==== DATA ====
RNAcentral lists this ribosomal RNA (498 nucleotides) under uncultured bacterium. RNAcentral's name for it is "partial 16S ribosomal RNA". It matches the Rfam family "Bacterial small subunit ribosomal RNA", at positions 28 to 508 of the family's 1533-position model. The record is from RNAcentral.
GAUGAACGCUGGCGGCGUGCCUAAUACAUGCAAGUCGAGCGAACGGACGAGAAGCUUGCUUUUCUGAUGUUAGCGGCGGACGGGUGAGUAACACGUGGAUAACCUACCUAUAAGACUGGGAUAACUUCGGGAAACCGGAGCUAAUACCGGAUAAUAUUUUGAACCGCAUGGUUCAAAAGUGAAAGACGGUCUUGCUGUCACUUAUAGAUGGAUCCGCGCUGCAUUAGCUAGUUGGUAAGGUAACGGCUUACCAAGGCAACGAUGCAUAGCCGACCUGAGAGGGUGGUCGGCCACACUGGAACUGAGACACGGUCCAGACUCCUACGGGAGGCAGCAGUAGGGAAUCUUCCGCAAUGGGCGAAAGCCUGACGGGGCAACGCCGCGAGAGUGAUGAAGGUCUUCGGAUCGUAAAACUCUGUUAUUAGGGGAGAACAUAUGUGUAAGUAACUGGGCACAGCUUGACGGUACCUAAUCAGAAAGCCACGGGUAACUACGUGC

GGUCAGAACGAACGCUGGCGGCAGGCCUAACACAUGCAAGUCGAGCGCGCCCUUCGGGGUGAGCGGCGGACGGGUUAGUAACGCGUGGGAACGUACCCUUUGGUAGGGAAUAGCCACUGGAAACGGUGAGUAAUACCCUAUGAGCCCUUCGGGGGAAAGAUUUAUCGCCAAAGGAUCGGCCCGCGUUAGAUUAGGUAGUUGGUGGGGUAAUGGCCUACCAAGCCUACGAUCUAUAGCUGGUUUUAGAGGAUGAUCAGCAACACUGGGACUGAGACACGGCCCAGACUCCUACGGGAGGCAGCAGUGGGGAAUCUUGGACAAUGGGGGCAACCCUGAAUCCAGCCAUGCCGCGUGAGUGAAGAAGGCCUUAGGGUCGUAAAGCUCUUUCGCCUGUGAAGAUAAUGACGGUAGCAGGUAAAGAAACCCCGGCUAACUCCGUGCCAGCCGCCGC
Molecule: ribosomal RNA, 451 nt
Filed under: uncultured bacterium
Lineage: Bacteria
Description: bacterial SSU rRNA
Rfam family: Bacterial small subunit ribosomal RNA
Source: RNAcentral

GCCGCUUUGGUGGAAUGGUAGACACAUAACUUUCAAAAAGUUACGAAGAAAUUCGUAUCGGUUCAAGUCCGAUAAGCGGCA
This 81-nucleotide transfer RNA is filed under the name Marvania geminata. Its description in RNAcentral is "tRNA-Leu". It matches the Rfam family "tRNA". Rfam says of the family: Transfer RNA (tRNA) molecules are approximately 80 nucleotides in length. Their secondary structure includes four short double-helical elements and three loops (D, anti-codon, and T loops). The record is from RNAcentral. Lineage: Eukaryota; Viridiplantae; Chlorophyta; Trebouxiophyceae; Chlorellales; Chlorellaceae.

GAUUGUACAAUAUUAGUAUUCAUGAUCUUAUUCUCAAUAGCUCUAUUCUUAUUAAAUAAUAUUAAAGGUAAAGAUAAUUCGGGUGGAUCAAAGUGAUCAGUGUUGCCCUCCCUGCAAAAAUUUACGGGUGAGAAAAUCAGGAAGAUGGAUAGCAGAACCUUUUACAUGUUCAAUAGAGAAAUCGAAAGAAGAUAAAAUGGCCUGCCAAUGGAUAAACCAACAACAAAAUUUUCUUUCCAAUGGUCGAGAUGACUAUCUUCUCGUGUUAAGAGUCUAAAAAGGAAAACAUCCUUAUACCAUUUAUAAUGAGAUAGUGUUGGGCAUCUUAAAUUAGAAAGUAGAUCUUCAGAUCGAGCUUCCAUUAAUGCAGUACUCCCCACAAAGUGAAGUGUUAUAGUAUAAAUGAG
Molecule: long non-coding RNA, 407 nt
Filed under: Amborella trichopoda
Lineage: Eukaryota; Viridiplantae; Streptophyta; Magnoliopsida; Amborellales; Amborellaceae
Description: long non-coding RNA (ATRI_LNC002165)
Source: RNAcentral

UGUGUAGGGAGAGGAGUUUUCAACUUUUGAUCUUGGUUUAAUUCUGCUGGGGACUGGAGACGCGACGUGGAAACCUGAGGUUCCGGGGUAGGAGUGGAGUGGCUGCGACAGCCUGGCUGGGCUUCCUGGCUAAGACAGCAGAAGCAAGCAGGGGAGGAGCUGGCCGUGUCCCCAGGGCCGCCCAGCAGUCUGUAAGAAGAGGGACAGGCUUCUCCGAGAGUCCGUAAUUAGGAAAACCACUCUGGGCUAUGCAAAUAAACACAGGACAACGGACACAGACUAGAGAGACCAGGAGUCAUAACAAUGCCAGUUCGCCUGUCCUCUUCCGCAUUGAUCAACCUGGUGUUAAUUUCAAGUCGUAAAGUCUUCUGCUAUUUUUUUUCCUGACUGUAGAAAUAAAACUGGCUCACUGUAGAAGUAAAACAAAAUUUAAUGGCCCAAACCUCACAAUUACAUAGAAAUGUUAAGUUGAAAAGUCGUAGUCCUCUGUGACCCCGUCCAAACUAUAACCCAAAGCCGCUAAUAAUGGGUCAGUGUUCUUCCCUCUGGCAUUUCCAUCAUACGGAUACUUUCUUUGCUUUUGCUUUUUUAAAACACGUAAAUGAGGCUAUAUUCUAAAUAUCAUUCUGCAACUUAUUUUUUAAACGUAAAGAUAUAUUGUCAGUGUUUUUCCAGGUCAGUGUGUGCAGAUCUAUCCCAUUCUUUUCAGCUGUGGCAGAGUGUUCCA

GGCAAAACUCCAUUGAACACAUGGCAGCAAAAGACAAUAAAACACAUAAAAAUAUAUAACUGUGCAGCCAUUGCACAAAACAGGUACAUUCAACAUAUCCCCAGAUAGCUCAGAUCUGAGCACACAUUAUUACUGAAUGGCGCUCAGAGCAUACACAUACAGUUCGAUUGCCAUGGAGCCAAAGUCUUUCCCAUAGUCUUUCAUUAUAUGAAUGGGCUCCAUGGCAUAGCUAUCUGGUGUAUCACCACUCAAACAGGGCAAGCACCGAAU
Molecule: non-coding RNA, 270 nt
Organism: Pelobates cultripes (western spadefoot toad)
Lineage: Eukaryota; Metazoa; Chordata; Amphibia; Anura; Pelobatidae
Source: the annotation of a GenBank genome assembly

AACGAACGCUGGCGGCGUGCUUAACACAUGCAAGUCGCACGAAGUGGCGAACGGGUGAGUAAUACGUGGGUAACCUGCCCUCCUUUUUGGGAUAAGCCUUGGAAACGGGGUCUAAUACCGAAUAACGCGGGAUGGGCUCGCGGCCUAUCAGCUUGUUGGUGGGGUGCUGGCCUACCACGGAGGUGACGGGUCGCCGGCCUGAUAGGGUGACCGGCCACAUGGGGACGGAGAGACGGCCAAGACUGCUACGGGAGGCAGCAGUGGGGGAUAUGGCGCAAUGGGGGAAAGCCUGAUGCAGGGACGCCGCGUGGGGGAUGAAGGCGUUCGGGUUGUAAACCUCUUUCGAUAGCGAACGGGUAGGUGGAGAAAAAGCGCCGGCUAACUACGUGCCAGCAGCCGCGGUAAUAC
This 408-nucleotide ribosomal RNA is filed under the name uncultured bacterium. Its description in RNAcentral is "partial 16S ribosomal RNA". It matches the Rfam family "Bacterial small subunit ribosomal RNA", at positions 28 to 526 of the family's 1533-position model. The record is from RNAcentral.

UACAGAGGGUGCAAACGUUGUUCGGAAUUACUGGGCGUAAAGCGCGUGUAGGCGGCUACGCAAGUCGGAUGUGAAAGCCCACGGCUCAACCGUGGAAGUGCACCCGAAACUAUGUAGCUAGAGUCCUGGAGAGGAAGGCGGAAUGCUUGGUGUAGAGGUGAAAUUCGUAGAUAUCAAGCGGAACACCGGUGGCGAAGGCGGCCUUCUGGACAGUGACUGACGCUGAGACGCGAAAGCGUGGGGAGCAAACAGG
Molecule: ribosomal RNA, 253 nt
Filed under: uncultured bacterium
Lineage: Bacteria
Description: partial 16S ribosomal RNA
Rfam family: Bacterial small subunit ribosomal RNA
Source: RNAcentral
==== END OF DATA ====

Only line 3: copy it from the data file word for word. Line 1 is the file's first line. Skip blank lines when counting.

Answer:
GGUCAGAACGAACGCUGGCGGCAGGCCUAACACAUGCAAGUCGAGCGCGCCCUUCGGGGUGAGCGGCGGACGGGUUAGUAACGCGUGGGAACGUACCCUUUGGUAGGGAAUAGCCACUGGAAACGGUGAGUAAUACCCUAUGAGCCCUUCGGGGGAAAGAUUUAUCGCCAAAGGAUCGGCCCGCGUUAGAUUAGGUAGUUGGUGGGGUAAUGGCCUACCAAGCCUACGAUCUAUAGCUGGUUUUAGAGGAUGAUCAGCAACACUGGGACUGAGACACGGCCCAGACUCCUACGGGAGGCAGCAGUGGGGAAUCUUGGACAAUGGGGGCAACCCUGAAUCCAGCCAUGCCGCGUGAGUGAAGAAGGCCUUAGGGUCGUAAAGCUCUUUCGCCUGUGAAGAUAAUGACGGUAGCAGGUAAAGAAACCCCGGCUAACUCCGUGCCAGCCGCCGC